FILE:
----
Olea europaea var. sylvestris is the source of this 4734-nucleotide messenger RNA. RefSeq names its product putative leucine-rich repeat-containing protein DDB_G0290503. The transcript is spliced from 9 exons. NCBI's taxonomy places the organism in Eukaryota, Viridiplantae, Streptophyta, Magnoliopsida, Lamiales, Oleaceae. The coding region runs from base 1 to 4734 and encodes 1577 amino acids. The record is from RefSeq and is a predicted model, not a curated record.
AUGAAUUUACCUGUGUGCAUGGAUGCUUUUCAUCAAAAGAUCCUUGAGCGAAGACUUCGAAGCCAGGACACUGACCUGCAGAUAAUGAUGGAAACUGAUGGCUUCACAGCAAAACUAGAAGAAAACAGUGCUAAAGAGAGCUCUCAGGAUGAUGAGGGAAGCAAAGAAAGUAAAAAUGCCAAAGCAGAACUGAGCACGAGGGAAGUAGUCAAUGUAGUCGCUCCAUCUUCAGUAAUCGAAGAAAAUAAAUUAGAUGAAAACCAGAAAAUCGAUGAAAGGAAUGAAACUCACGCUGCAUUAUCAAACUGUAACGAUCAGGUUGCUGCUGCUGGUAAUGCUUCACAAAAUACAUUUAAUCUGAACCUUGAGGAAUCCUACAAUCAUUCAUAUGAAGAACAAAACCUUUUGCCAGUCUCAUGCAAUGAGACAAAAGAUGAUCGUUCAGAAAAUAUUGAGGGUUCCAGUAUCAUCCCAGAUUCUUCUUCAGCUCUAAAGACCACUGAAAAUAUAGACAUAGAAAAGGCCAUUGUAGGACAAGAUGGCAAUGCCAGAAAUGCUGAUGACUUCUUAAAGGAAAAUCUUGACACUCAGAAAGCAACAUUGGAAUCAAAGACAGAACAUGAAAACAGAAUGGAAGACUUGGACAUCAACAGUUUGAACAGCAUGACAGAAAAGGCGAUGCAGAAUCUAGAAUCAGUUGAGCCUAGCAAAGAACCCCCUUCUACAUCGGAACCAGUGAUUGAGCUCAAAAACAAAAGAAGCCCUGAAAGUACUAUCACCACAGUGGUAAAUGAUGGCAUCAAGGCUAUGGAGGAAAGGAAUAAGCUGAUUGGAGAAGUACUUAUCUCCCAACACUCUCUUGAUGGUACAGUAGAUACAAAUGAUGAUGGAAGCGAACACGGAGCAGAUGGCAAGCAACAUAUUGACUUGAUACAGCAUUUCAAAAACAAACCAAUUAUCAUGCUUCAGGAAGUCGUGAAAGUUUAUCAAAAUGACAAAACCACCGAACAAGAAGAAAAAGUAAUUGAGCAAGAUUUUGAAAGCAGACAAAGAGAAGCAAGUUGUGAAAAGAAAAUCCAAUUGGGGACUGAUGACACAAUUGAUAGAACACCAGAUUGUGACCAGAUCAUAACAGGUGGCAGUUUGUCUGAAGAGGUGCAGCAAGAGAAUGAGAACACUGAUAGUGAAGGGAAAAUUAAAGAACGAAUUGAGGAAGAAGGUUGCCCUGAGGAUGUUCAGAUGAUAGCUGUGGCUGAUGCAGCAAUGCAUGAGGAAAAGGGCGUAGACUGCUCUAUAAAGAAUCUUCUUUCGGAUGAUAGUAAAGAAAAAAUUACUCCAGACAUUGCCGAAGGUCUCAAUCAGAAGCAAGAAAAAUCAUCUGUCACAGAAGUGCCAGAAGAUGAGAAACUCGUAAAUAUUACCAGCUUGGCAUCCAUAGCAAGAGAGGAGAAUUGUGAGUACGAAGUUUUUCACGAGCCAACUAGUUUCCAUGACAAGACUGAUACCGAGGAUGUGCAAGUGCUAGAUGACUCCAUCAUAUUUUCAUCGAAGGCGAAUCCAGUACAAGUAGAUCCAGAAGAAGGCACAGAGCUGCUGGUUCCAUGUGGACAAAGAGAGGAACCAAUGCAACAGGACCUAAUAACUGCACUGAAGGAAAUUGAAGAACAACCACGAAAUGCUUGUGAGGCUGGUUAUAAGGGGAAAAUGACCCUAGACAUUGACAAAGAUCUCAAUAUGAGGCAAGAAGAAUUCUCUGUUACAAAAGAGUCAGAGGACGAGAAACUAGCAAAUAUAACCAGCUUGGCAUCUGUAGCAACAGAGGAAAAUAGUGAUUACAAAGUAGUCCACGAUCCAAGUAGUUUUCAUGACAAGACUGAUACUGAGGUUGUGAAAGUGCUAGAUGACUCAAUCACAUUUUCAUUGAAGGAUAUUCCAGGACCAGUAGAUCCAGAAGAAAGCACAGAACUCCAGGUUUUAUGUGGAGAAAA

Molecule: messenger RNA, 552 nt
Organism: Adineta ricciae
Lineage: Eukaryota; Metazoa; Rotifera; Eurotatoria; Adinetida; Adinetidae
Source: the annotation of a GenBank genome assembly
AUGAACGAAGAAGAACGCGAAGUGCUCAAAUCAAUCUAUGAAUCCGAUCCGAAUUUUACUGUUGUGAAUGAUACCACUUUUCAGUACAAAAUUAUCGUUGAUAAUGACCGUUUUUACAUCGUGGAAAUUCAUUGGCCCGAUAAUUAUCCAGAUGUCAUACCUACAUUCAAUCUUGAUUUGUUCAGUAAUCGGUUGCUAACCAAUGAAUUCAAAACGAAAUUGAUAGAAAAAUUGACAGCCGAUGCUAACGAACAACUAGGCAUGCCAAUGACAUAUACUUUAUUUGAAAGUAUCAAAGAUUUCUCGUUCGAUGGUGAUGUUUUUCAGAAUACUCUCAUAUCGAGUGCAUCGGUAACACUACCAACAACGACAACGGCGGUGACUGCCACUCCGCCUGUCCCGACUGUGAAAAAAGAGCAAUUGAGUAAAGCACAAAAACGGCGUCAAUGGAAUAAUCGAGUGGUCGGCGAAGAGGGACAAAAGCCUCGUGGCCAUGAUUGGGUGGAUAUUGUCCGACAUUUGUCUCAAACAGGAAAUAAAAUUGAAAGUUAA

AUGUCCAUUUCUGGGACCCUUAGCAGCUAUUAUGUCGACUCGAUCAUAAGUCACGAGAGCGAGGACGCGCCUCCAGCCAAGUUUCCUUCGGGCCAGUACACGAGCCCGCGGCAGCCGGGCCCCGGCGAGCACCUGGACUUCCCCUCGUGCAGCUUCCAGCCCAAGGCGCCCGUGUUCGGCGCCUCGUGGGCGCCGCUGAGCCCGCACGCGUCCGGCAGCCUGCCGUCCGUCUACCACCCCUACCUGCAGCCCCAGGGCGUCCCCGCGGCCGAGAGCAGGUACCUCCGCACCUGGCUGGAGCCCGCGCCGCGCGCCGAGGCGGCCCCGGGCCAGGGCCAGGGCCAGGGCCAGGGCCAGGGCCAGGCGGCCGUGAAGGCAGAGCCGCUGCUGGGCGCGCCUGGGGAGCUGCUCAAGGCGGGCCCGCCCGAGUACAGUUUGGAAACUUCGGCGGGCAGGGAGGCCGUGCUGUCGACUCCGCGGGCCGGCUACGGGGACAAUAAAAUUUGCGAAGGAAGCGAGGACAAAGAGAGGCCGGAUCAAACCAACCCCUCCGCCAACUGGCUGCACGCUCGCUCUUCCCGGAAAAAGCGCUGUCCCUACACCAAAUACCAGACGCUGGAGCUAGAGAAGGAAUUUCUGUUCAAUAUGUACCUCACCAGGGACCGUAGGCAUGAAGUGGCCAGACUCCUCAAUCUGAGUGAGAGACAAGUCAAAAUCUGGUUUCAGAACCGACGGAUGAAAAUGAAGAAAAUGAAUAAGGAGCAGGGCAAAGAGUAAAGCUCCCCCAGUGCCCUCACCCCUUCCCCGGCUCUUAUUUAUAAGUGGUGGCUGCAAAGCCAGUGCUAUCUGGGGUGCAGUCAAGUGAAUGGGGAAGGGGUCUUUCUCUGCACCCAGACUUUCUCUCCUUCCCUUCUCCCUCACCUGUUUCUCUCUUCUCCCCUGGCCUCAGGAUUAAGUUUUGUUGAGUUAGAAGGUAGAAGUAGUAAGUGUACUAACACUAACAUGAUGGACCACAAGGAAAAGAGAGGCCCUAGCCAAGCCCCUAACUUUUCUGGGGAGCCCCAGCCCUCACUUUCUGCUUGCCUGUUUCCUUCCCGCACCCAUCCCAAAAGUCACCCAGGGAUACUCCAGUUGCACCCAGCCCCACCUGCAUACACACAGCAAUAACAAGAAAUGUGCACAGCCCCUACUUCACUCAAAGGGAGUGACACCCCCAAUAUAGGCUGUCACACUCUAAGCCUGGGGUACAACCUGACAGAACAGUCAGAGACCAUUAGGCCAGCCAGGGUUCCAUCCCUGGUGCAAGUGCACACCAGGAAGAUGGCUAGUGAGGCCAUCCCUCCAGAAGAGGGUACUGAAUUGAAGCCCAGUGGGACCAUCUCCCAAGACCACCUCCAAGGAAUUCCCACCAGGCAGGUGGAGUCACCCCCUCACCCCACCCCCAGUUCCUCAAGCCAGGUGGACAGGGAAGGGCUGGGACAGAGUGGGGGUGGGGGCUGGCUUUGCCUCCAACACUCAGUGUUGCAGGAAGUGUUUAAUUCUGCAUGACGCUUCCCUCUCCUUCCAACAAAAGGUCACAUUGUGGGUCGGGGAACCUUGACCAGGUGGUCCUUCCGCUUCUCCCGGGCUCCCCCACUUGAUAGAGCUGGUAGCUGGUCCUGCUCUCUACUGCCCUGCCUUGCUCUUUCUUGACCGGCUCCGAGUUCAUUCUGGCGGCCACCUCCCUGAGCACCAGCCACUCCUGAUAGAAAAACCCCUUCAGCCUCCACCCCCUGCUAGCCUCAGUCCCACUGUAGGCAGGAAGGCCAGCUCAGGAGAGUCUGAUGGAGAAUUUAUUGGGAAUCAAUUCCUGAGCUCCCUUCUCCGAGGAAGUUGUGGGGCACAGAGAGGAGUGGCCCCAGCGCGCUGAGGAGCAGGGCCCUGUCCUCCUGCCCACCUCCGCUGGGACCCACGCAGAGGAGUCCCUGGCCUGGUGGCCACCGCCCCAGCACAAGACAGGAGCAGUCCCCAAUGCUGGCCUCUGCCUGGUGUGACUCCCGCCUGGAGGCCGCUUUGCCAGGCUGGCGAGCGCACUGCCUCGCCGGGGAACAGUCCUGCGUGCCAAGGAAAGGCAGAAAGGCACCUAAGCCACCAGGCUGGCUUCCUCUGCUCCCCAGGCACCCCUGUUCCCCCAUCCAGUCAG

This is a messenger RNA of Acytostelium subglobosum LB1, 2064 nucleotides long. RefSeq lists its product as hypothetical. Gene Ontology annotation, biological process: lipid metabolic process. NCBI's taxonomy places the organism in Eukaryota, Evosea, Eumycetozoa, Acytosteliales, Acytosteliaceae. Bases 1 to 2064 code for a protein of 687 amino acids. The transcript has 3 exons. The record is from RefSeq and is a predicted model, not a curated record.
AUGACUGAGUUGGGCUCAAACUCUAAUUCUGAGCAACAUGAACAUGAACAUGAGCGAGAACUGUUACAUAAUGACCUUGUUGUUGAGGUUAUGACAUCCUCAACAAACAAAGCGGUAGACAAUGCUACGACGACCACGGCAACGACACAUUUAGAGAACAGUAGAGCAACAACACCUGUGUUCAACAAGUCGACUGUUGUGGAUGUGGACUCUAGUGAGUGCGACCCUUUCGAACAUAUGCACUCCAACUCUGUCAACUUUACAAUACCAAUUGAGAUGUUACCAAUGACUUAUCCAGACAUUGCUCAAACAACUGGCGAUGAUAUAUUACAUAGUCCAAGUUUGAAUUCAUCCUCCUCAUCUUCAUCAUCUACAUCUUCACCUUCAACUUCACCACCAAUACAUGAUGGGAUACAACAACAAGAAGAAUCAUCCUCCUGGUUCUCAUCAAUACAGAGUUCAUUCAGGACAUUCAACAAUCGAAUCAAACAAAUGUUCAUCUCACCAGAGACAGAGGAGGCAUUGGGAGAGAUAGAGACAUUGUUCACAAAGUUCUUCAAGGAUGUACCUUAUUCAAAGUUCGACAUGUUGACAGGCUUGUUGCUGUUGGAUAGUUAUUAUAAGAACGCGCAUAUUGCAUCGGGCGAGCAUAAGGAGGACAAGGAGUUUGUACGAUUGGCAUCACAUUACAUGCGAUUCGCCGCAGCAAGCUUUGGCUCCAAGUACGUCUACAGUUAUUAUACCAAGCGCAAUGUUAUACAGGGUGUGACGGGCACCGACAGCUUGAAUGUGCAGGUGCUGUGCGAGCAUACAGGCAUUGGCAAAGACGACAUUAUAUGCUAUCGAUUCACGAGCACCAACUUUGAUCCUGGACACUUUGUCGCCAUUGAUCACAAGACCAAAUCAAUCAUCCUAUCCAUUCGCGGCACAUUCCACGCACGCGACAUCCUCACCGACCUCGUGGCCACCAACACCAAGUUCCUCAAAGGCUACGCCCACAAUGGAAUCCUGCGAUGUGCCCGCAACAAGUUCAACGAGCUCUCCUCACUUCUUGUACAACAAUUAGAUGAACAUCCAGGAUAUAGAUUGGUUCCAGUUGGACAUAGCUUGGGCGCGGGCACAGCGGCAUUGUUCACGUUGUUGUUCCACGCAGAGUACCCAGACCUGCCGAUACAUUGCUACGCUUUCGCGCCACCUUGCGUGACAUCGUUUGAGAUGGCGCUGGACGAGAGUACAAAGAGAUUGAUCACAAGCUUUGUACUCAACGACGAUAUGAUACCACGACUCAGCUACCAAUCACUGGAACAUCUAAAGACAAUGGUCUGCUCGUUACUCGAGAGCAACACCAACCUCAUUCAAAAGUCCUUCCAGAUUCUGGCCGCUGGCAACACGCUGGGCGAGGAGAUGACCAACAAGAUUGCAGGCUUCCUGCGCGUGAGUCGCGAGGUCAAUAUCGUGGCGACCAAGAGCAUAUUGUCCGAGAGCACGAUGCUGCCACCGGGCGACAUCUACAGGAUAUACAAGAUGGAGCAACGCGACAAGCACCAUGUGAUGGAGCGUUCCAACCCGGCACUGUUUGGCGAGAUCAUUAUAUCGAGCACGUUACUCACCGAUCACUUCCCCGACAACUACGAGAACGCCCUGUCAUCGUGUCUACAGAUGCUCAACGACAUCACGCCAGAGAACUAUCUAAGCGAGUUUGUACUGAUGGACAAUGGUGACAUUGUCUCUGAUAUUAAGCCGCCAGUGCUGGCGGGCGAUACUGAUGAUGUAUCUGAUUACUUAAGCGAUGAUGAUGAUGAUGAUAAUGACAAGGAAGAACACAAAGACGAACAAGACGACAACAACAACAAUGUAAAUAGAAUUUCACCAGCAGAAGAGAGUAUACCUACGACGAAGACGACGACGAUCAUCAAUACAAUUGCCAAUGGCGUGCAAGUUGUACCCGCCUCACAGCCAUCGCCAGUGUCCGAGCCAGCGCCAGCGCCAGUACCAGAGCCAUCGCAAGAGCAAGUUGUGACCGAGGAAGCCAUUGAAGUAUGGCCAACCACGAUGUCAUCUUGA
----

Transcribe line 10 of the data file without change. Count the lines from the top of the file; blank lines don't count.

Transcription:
AUGACUGAGUUGGGCUCAAACUCUAAUUCUGAGCAACAUGAACAUGAACAUGAGCGAGAACUGUUACAUAAUGACCUUGUUGUUGAGGUUAUGACAUCCUCAACAAACAAAGCGGUAGACAAUGCUACGACGACCACGGCAACGACACAUUUAGAGAACAGUAGAGCAACAACACCUGUGUUCAACAAGUCGACUGUUGUGGAUGUGGACUCUAGUGAGUGCGACCCUUUCGAACAUAUGCACUCCAACUCUGUCAACUUUACAAUACCAAUUGAGAUGUUACCAAUGACUUAUCCAGACAUUGCUCAAACAACUGGCGAUGAUAUAUUACAUAGUCCAAGUUUGAAUUCAUCCUCCUCAUCUUCAUCAUCUACAUCUUCACCUUCAACUUCACCACCAAUACAUGAUGGGAUACAACAACAAGAAGAAUCAUCCUCCUGGUUCUCAUCAAUACAGAGUUCAUUCAGGACAUUCAACAAUCGAAUCAAACAAAUGUUCAUCUCACCAGAGACAGAGGAGGCAUUGGGAGAGAUAGAGACAUUGUUCACAAAGUUCUUCAAGGAUGUACCUUAUUCAAAGUUCGACAUGUUGACAGGCUUGUUGCUGUUGGAUAGUUAUUAUAAGAACGCGCAUAUUGCAUCGGGCGAGCAUAAGGAGGACAAGGAGUUUGUACGAUUGGCAUCACAUUACAUGCGAUUCGCCGCAGCAAGCUUUGGCUCCAAGUACGUCUACAGUUAUUAUACCAAGCGCAAUGUUAUACAGGGUGUGACGGGCACCGACAGCUUGAAUGUGCAGGUGCUGUGCGAGCAUACAGGCAUUGGCAAAGACGACAUUAUAUGCUAUCGAUUCACGAGCACCAACUUUGAUCCUGGACACUUUGUCGCCAUUGAUCACAAGACCAAAUCAAUCAUCCUAUCCAUUCGCGGCACAUUCCACGCACGCGACAUCCUCACCGACCUCGUGGCCACCAACACCAAGUUCCUCAAAGGCUACGCCCACAAUGGAAUCCUGCGAUGUGCCCGCAACAAGUUCAACGAGCUCUCCUCACUUCUUGUACAACAAUUAGAUGAACAUCCAGGAUAUAGAUUGGUUCCAGUUGGACAUAGCUUGGGCGCGGGCACAGCGGCAUUGUUCACGUUGUUGUUCCACGCAGAGUACCCAGACCUGCCGAUACAUUGCUACGCUUUCGCGCCACCUUGCGUGACAUCGUUUGAGAUGGCGCUGGACGAGAGUACAAAGAGAUUGAUCACAAGCUUUGUACUCAACGACGAUAUGAUACCACGACUCAGCUACCAAUCACUGGAACAUCUAAAGACAAUGGUCUGCUCGUUACUCGAGAGCAACACCAACCUCAUUCAAAAGUCCUUCCAGAUUCUGGCCGCUGGCAACACGCUGGGCGAGGAGAUGACCAACAAGAUUGCAGGCUUCCUGCGCGUGAGUCGCGAGGUCAAUAUCGUGGCGACCAAGAGCAUAUUGUCCGAGAGCACGAUGCUGCCACCGGGCGACAUCUACAGGAUAUACAAGAUGGAGCAACGCGACAAGCACCAUGUGAUGGAGCGUUCCAACCCGGCACUGUUUGGCGAGAUCAUUAUAUCGAGCACGUUACUCACCGAUCACUUCCCCGACAACUACGAGAACGCCCUGUCAUCGUGUCUACAGAUGCUCAACGACAUCACGCCAGAGAACUAUCUAAGCGAGUUUGUACUGAUGGACAAUGGUGACAUUGUCUCUGAUAUUAAGCCGCCAGUGCUGGCGGGCGAUACUGAUGAUGUAUCUGAUUACUUAAGCGAUGAUGAUGAUGAUGAUAAUGACAAGGAAGAACACAAAGACGAACAAGACGACAACAACAACAAUGUAAAUAGAAUUUCACCAGCAGAAGAGAGUAUACCUACGACGAAGACGACGACGAUCAUCAAUACAAUUGCCAAUGGCGUGCAAGUUGUACCCGCCUCACAGCCAUCGCCAGUGUCCGAGCCAGCGCCAGCGCCAGUACCAGAGCCAUCGCAAGAGCAAGUUGUGACCGAGGAAGCCAUUGAAGUAUGGCCAACCACGAUGUCAUCUUGA